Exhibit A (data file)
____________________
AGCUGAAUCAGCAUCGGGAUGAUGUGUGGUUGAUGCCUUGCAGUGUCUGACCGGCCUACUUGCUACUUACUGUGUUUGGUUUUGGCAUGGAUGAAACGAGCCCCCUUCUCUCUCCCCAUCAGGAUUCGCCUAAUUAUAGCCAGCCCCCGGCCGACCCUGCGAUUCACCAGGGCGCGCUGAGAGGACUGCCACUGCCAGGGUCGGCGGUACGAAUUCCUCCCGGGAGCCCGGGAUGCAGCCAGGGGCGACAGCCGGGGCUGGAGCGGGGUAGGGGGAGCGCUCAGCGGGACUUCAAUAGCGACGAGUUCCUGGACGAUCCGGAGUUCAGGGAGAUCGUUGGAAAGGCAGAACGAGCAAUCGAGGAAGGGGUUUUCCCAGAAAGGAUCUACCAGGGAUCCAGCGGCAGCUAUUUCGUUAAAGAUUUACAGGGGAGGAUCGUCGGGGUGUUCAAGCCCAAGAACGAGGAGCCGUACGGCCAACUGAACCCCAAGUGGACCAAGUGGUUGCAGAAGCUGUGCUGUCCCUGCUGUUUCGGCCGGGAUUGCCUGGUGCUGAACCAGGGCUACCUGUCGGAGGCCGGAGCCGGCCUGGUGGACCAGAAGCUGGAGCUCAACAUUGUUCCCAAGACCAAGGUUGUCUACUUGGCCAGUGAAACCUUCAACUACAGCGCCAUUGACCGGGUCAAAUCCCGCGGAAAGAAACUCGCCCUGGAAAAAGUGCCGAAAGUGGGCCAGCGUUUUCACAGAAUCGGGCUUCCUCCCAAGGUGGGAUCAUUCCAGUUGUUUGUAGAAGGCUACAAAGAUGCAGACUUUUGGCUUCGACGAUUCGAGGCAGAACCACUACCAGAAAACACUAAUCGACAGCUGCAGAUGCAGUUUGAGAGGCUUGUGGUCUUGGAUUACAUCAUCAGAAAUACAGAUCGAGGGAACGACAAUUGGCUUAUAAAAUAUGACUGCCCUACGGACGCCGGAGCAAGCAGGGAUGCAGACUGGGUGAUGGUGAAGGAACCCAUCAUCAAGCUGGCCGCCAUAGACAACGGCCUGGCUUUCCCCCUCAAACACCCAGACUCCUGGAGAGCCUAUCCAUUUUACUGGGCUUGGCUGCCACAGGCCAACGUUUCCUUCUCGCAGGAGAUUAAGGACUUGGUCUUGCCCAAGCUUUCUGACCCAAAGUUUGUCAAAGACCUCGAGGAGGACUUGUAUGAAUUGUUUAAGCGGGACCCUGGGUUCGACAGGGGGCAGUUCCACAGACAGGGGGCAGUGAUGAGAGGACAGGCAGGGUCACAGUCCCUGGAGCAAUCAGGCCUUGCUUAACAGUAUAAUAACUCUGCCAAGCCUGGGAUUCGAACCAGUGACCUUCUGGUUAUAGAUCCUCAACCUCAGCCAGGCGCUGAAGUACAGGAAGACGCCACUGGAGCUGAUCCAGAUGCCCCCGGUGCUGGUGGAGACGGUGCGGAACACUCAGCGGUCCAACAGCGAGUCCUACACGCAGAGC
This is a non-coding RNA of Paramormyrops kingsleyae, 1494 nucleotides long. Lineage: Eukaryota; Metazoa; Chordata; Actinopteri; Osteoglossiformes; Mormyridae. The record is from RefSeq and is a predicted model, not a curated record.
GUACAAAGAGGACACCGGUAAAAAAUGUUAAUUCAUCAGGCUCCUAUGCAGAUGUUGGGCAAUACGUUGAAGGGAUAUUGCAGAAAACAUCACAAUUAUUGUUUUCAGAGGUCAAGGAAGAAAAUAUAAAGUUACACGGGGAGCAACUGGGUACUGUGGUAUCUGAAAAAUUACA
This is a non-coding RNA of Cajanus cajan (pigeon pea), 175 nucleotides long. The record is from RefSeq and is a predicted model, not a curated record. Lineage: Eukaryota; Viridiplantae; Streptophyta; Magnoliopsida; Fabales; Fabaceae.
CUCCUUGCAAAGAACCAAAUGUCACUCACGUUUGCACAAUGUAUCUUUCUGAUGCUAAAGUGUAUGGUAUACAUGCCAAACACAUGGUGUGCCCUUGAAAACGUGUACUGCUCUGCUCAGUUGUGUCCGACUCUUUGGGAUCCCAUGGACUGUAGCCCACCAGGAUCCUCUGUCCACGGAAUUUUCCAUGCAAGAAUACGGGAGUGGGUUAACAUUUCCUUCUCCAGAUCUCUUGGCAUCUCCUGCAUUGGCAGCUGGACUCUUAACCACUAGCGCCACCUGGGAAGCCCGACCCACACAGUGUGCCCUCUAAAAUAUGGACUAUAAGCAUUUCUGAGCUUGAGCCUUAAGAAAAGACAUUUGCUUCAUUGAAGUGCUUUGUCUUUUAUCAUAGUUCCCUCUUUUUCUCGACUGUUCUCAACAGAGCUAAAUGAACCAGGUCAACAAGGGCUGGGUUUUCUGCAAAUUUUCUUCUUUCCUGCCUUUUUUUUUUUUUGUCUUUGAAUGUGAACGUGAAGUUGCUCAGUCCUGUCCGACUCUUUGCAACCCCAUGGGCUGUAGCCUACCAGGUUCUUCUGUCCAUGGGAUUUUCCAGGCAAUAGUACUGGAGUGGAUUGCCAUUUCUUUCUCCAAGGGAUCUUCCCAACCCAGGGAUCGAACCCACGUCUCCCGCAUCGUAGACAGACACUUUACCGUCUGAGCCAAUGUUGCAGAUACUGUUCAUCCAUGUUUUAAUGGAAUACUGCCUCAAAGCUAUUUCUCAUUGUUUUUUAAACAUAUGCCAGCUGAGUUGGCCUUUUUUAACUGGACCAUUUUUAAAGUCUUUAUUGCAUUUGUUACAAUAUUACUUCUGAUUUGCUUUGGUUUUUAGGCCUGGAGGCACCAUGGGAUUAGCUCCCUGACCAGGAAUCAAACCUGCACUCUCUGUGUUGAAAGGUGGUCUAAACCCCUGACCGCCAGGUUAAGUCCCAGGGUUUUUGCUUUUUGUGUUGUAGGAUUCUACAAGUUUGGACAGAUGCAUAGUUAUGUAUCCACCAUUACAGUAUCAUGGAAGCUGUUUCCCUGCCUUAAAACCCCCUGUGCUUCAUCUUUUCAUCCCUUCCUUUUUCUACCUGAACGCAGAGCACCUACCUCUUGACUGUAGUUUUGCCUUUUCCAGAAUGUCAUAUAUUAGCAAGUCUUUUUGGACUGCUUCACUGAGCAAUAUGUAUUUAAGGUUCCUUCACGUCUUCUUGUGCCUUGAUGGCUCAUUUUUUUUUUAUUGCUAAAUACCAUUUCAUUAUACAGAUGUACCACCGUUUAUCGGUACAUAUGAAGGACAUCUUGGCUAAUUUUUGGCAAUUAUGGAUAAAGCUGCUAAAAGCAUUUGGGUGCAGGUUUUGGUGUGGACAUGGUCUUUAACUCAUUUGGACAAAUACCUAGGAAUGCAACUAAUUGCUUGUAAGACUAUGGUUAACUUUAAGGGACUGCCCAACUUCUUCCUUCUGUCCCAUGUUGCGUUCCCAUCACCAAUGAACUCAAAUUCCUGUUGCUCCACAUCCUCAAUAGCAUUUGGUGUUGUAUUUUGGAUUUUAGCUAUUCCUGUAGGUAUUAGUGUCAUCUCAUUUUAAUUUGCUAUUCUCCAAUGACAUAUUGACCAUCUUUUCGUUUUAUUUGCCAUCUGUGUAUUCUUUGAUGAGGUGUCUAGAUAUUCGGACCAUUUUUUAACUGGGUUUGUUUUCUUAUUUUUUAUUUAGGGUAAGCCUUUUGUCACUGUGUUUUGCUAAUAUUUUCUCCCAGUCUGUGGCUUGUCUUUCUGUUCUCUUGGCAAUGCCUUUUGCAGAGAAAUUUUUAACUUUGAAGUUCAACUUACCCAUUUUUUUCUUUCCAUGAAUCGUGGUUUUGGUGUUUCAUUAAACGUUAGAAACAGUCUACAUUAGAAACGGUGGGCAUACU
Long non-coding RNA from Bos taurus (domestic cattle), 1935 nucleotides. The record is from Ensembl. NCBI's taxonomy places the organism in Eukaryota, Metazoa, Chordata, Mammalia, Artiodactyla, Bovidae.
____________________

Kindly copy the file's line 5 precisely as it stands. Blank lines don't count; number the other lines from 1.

CUCCUUGCAAAGAACCAAAUGUCACUCACGUUUGCACAAUGUAUCUUUCUGAUGCUAAAGUGUAUGGUAUACAUGCCAAACACAUGGUGUGCCCUUGAAAACGUGUACUGCUCUGCUCAGUUGUGUCCGACUCUUUGGGAUCCCAUGGACUGUAGCCCACCAGGAUCCUCUGUCCACGGAAUUUUCCAUGCAAGAAUACGGGAGUGGGUUAACAUUUCCUUCUCCAGAUCUCUUGGCAUCUCCUGCAUUGGCAGCUGGACUCUUAACCACUAGCGCCACCUGGGAAGCCCGACCCACACAGUGUGCCCUCUAAAAUAUGGACUAUAAGCAUUUCUGAGCUUGAGCCUUAAGAAAAGACAUUUGCUUCAUUGAAGUGCUUUGUCUUUUAUCAUAGUUCCCUCUUUUUCUCGACUGUUCUCAACAGAGCUAAAUGAACCAGGUCAACAAGGGCUGGGUUUUCUGCAAAUUUUCUUCUUUCCUGCCUUUUUUUUUUUUUGUCUUUGAAUGUGAACGUGAAGUUGCUCAGUCCUGUCCGACUCUUUGCAACCCCAUGGGCUGUAGCCUACCAGGUUCUUCUGUCCAUGGGAUUUUCCAGGCAAUAGUACUGGAGUGGAUUGCCAUUUCUUUCUCCAAGGGAUCUUCCCAACCCAGGGAUCGAACCCACGUCUCCCGCAUCGUAGACAGACACUUUACCGUCUGAGCCAAUGUUGCAGAUACUGUUCAUCCAUGUUUUAAUGGAAUACUGCCUCAAAGCUAUUUCUCAUUGUUUUUUAAACAUAUGCCAGCUGAGUUGGCCUUUUUUAACUGGACCAUUUUUAAAGUCUUUAUUGCAUUUGUUACAAUAUUACUUCUGAUUUGCUUUGGUUUUUAGGCCUGGAGGCACCAUGGGAUUAGCUCCCUGACCAGGAAUCAAACCUGCACUCUCUGUGUUGAAAGGUGGUCUAAACCCCUGACCGCCAGGUUAAGUCCCAGGGUUUUUGCUUUUUGUGUUGUAGGAUUCUACAAGUUUGGACAGAUGCAUAGUUAUGUAUCCACCAUUACAGUAUCAUGGAAGCUGUUUCCCUGCCUUAAAACCCCCUGUGCUUCAUCUUUUCAUCCCUUCCUUUUUCUACCUGAACGCAGAGCACCUACCUCUUGACUGUAGUUUUGCCUUUUCCAGAAUGUCAUAUAUUAGCAAGUCUUUUUGGACUGCUUCACUGAGCAAUAUGUAUUUAAGGUUCCUUCACGUCUUCUUGUGCCUUGAUGGCUCAUUUUUUUUUUAUUGCUAAAUACCAUUUCAUUAUACAGAUGUACCACCGUUUAUCGGUACAUAUGAAGGACAUCUUGGCUAAUUUUUGGCAAUUAUGGAUAAAGCUGCUAAAAGCAUUUGGGUGCAGGUUUUGGUGUGGACAUGGUCUUUAACUCAUUUGGACAAAUACCUAGGAAUGCAACUAAUUGCUUGUAAGACUAUGGUUAACUUUAAGGGACUGCCCAACUUCUUCCUUCUGUCCCAUGUUGCGUUCCCAUCACCAAUGAACUCAAAUUCCUGUUGCUCCACAUCCUCAAUAGCAUUUGGUGUUGUAUUUUGGAUUUUAGCUAUUCCUGUAGGUAUUAGUGUCAUCUCAUUUUAAUUUGCUAUUCUCCAAUGACAUAUUGACCAUCUUUUCGUUUUAUUUGCCAUCUGUGUAUUCUUUGAUGAGGUGUCUAGAUAUUCGGACCAUUUUUUAACUGGGUUUGUUUUCUUAUUUUUUAUUUAGGGUAAGCCUUUUGUCACUGUGUUUUGCUAAUAUUUUCUCCCAGUCUGUGGCUUGUCUUUCUGUUCUCUUGGCAAUGCCUUUUGCAGAGAAAUUUUUAACUUUGAAGUUCAACUUACCCAUUUUUUUCUUUCCAUGAAUCGUGGUUUUGGUGUUUCAUUAAACGUUAGAAACAGUCUACAUUAGAAACGGUGGGCAUACU